Grasping history February 2014

Copper coin of Timarchos

162 – 160 BC / Ekbatana
Head of Timarchos with diadem right.
Reverse: Nike advancing left, holding wreath and palmbranch.
 Countermark: Nike right.

Timarchos has been a friend of the Seleucid King Antiochos IV. (175 – 164 BC) during boyhood and became satrap of Media during his regency. Being a hostage the young Antiochos spent a long time in Rome and probably introduced Timarchos to persons of influence whilst a common stay there.


Consequently the later governor has been entrusted with diplomatic missions to the Italian metropolis. After the death of Antiochos IV. and the murder of his son Antiochos V. he was the actual potentate in the eastern provinces and had himself proclaimed king in Babylon. Reviving his good relationships to the new world power in the Mediterranean, he got his title approved when visiting Rome again in 162 BC. His reign, however, did not last for long. 160 BC he has been defeated and killed by Demetrios I., a nephew of Antiochos IV.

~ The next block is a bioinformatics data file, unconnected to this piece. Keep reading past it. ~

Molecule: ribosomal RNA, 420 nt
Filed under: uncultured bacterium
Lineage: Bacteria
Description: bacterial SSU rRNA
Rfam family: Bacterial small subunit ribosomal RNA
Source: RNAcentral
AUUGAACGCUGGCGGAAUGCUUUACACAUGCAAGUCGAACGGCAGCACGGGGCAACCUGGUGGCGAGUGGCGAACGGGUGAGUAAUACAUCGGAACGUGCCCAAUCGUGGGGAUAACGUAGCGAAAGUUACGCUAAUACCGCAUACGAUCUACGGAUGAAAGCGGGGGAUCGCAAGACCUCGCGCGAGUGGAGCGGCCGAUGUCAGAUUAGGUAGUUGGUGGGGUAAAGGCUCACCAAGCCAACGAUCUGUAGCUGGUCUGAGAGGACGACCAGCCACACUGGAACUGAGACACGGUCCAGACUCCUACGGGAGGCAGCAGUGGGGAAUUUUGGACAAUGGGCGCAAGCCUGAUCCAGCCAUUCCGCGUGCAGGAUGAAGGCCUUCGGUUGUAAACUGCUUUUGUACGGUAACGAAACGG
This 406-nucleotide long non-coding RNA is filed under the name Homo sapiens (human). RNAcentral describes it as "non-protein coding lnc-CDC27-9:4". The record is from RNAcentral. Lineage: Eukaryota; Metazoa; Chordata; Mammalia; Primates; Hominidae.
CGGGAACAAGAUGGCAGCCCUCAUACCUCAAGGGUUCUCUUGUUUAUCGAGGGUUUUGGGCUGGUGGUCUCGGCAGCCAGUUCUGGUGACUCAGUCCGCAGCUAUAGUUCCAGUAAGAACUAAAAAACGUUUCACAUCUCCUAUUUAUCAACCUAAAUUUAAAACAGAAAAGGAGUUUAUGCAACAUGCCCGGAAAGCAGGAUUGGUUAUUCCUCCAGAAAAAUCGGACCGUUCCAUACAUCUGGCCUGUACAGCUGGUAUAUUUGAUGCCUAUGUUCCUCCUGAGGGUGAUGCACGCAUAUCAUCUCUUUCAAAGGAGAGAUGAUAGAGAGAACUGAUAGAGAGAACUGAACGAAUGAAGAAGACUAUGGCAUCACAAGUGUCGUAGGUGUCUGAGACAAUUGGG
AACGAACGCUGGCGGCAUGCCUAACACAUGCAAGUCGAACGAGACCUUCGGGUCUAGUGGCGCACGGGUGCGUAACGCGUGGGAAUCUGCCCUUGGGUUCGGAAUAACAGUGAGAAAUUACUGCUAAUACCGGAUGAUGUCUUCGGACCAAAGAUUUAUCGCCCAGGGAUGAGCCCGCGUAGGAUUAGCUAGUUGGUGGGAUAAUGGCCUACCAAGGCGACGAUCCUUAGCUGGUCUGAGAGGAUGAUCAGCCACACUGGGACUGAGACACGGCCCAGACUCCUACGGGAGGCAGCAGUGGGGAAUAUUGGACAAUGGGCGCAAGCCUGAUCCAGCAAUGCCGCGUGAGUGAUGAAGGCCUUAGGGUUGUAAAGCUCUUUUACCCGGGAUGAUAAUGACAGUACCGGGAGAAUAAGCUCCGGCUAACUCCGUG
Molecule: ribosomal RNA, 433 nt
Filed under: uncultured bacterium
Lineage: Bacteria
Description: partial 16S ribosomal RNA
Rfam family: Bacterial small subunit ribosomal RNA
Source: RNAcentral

The coins of Timarchos are rare and usually not very well preserved. Though there are some traces of wear, the piece presented here may be regarded as the most beautiful and impressive specimen, that has been available on the coin market over the past years.

Sold by the company Solidus Numismatik in online auction 1 in february 2014.